UN passed non-binding resolution de-recognising Russian annexation of Crimea
UN General Assembly has passed a non-binding resolution refusing recognition of annexation of Crimean peninsula by Russia from Ukraine.
The UN General Assembly on 27 March 2014 passed the non-binding resolution that refuses recognition of annexation of Crimean peninsula by Russia from Ukraine. This resolution was supported by 110 countries, opposed by 11 and abstained by 58 (including India) in the 193-nation assembly.
Russia has described this resolution as counterproductive and the Russian Foreign Ministry has termed the resolution as an effort to complicate the internal political crisis of Ukraine.
Apart from this in another incident, the US President Barack Obama has urged Russia to stop intimidating Ukraine and reduce number of troops on its border area. This action of US President came following the Russian action, in which it had massed a forced of thousands of troops (around 30000 troops) close to the eastern frontier of Ukraine.
Earlier, Russia claimed that the troops are there for military exercises. But earlier, similar steps were practiced by the yesteryear, Russian leaders during the Cold War.
The accession of Crimea in the Russian Federation was signed between Russia and Crimea on 18 March 2014 in Kremlin in Moscow. This was done following the referendum voted by the residents of Crimea (maximum of which are ethnic Russian) to break away from Ukraine and join Russia on 7 March 2014. This referendum was termed as illegal by Ukraine and the Western powers.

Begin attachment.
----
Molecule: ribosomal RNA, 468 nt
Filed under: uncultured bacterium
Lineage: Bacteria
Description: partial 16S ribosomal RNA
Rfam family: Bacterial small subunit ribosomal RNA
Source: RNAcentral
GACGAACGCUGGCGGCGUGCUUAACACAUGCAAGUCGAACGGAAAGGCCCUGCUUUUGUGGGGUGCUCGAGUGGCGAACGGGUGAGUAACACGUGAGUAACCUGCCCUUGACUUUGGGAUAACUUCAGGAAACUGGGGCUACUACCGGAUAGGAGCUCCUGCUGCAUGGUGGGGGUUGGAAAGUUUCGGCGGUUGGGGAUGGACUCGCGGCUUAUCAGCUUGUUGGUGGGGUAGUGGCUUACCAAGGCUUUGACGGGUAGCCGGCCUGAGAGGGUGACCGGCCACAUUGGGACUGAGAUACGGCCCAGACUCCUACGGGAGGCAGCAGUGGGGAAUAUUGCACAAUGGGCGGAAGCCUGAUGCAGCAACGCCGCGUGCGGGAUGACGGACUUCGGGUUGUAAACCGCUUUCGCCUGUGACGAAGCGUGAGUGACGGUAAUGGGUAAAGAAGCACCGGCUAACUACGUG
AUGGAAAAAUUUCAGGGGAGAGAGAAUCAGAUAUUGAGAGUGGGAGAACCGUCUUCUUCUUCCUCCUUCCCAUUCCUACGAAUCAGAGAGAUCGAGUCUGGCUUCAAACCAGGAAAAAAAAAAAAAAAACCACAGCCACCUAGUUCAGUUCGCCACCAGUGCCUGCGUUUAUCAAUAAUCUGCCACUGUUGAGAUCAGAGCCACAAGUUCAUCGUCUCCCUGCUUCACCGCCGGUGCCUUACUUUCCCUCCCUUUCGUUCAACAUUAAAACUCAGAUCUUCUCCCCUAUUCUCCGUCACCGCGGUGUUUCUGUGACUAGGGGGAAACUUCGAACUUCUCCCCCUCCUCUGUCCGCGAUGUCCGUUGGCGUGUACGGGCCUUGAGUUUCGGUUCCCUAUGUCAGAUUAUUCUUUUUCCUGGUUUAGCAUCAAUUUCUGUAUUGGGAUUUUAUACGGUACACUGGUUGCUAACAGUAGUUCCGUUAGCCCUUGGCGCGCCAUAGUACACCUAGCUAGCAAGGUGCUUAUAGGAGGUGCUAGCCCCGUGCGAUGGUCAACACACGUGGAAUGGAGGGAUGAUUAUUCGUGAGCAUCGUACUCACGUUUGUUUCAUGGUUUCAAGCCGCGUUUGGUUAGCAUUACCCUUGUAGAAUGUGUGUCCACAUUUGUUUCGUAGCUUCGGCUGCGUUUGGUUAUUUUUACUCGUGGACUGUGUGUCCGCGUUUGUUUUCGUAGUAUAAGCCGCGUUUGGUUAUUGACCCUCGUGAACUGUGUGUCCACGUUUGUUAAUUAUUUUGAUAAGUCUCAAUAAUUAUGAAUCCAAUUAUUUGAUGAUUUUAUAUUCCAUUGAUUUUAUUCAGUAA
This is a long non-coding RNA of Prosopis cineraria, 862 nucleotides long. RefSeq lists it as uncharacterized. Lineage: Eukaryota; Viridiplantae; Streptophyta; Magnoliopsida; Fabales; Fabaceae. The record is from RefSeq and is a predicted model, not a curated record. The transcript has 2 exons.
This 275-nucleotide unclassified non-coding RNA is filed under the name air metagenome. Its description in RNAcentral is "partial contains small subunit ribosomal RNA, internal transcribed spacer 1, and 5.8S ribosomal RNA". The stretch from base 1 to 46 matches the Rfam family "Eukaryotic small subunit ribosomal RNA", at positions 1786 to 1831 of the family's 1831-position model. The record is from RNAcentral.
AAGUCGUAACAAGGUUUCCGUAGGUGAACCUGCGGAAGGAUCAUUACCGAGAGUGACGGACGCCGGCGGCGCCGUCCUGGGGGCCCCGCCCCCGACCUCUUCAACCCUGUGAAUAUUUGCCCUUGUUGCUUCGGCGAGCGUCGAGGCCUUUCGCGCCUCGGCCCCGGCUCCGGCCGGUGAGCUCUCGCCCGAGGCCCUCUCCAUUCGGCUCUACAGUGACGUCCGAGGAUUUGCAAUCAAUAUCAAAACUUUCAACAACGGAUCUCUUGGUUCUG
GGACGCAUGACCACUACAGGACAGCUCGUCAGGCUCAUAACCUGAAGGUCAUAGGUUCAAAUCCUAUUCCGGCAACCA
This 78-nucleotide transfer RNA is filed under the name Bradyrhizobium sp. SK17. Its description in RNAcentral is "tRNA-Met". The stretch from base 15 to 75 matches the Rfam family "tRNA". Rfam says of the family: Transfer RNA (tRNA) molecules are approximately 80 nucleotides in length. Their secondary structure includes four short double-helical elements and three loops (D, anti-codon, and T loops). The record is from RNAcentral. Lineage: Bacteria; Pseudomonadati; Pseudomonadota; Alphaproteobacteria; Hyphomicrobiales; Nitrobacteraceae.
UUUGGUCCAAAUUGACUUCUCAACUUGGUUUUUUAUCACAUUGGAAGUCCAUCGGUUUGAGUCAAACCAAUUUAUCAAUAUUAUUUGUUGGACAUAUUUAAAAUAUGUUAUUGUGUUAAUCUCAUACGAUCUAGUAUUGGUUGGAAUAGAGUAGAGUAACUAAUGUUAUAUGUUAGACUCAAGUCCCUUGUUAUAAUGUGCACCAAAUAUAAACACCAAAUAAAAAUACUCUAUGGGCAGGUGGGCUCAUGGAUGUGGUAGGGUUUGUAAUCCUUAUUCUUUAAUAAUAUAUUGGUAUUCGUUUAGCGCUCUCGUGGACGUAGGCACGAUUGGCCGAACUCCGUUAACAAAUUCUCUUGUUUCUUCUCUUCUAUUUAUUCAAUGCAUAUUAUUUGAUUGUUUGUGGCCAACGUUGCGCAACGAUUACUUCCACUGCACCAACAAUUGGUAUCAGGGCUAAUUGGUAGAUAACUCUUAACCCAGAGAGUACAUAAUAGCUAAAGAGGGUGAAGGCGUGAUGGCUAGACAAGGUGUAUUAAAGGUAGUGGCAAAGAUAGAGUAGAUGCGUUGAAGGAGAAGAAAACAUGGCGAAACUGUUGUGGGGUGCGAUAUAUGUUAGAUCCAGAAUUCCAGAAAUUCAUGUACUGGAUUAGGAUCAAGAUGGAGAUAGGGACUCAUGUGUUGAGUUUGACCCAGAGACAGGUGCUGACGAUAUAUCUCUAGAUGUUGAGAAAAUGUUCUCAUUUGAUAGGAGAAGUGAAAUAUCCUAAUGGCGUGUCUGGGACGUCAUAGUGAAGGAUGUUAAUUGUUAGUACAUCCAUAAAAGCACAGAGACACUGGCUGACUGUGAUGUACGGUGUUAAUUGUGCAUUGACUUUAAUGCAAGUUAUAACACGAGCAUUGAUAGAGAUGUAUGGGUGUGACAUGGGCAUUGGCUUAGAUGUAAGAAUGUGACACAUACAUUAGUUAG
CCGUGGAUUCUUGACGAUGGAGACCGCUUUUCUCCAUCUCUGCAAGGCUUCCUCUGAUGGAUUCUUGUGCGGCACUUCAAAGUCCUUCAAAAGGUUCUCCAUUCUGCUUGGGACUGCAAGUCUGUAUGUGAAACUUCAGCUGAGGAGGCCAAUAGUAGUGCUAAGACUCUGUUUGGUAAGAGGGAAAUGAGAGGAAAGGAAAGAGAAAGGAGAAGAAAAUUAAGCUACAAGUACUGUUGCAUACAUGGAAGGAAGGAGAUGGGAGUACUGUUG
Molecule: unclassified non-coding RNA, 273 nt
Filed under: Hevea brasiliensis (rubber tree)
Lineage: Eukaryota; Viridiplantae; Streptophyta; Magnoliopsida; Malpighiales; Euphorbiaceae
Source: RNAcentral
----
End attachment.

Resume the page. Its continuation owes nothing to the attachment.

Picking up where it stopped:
The non-binding document is also known as soft law and is composed of declarations, recommendations and resolutions Declarations and Recommendations. These are provided, as a rule and impose moral obligations on States.
Resolutions are a formal expression of opinion by a legislative body or a public meeting and are generally made by the United Nations General Assembly or the General Conference of UNESCO. These are therefore termed as an expression of opinion of the Member States of these Organisations.
In international law - and in human rights law - there are different standard-setting instruments and are broadly divided into two categories and includes
• Binding instruments, commonly known as hard law (composed of Treaties, confers legal obligations to States Parties to these instruments)
• Non-binding documents, also known as soft law